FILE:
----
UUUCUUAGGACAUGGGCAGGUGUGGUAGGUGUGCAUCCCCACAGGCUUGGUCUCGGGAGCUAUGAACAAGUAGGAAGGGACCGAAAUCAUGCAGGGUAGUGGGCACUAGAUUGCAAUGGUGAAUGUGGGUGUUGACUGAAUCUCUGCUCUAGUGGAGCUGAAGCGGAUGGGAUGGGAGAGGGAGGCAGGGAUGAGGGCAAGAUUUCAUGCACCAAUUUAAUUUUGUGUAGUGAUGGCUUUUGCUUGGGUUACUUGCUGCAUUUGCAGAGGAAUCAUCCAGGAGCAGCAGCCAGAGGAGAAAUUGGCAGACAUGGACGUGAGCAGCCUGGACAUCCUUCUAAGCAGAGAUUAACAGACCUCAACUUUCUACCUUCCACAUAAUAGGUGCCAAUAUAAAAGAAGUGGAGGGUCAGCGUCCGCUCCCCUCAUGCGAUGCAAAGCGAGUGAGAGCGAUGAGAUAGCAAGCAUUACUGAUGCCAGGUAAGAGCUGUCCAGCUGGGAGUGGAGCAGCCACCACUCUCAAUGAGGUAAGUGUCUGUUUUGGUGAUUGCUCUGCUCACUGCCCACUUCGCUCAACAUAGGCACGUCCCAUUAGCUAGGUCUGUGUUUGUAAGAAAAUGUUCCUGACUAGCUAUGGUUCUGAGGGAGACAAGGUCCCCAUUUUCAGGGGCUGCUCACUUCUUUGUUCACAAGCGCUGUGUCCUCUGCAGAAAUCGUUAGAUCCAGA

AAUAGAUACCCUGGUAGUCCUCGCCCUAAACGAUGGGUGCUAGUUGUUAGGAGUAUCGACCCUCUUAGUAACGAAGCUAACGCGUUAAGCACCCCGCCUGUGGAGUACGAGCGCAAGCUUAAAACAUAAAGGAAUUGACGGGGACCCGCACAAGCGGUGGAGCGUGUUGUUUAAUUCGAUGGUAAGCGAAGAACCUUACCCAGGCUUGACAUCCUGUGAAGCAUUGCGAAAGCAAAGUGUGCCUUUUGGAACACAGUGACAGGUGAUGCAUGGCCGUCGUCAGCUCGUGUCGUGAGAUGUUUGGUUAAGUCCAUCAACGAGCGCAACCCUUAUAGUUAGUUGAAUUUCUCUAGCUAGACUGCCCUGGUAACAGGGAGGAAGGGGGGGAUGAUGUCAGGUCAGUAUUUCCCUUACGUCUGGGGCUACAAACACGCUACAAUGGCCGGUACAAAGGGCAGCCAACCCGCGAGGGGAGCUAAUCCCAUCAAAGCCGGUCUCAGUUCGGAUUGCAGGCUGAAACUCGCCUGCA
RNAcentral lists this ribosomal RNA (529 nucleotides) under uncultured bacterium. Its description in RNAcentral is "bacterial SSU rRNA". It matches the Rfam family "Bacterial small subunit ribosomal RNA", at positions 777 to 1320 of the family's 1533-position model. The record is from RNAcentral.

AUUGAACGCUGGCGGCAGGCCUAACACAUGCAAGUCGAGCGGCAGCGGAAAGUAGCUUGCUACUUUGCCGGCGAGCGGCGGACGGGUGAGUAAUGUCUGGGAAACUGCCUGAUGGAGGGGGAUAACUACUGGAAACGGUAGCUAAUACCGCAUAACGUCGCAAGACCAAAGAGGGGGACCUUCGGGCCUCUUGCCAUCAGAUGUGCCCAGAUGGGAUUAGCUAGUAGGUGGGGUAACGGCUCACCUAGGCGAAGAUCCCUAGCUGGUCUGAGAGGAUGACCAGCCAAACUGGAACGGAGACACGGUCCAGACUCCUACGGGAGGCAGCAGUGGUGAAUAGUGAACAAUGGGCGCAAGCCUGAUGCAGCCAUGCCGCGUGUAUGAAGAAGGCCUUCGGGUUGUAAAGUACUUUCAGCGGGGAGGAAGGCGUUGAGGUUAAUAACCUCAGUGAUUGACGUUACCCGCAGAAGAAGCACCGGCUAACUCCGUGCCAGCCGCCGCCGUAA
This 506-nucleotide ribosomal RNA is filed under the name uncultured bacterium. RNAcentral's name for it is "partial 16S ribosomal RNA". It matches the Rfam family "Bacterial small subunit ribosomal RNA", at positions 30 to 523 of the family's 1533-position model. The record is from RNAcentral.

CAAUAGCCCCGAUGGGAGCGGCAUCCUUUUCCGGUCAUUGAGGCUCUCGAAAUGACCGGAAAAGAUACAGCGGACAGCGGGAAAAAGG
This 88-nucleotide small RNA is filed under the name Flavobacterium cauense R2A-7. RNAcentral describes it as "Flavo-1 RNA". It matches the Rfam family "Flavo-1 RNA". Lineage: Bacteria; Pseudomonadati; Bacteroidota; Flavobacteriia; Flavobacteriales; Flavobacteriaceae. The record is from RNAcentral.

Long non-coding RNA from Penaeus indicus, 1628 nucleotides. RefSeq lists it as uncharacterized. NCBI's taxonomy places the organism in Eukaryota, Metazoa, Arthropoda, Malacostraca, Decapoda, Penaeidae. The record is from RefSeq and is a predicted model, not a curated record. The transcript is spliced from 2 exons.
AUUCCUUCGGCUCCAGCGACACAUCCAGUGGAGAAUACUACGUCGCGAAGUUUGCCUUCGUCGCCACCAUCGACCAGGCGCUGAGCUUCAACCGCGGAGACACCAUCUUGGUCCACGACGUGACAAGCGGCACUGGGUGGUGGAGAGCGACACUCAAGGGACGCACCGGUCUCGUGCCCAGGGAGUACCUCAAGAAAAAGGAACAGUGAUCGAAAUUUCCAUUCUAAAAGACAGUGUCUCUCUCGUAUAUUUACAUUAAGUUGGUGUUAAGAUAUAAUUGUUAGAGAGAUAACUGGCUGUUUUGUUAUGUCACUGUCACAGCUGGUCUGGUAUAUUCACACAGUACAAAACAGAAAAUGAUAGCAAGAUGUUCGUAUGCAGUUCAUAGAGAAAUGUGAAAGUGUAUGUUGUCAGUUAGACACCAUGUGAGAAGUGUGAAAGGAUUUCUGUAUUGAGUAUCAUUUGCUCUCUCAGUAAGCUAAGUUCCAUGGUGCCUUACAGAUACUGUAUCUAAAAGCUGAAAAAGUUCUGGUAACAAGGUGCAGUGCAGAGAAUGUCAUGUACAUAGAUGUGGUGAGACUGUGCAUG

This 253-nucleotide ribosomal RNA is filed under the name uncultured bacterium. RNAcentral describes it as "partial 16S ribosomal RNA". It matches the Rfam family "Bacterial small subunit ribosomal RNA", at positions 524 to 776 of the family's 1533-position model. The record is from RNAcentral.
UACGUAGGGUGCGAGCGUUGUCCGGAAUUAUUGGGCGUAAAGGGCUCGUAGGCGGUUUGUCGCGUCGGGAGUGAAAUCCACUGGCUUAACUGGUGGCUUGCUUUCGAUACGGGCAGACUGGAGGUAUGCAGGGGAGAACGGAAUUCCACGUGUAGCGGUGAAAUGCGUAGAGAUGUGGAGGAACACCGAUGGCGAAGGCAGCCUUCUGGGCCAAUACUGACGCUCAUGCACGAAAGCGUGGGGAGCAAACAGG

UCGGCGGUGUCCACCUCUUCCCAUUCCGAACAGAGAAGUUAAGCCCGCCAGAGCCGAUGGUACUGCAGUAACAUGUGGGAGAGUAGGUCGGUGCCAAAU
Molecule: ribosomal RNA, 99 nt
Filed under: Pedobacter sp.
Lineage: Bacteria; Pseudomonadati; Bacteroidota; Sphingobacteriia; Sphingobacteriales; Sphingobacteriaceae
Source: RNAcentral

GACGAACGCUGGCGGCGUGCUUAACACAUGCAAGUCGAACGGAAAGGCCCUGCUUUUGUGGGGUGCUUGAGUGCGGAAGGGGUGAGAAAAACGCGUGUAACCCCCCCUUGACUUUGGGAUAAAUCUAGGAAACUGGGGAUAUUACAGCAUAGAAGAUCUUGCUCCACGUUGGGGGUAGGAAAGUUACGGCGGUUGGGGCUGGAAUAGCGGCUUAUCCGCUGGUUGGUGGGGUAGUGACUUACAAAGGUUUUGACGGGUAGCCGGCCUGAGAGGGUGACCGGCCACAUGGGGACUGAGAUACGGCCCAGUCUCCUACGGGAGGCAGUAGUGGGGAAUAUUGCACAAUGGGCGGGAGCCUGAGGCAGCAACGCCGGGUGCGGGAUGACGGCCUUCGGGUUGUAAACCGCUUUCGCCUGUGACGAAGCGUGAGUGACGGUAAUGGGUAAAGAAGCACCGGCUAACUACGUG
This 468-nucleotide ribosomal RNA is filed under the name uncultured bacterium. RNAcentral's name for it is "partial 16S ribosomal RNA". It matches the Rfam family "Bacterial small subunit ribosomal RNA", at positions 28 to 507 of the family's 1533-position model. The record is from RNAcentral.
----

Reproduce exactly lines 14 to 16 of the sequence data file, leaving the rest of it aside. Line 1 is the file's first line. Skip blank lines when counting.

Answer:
Filed under: Pedobacter sp.
Lineage: Bacteria; Pseudomonadati; Bacteroidota; Sphingobacteriia; Sphingobacteriales; Sphingobacteriaceae
Source: RNAcentral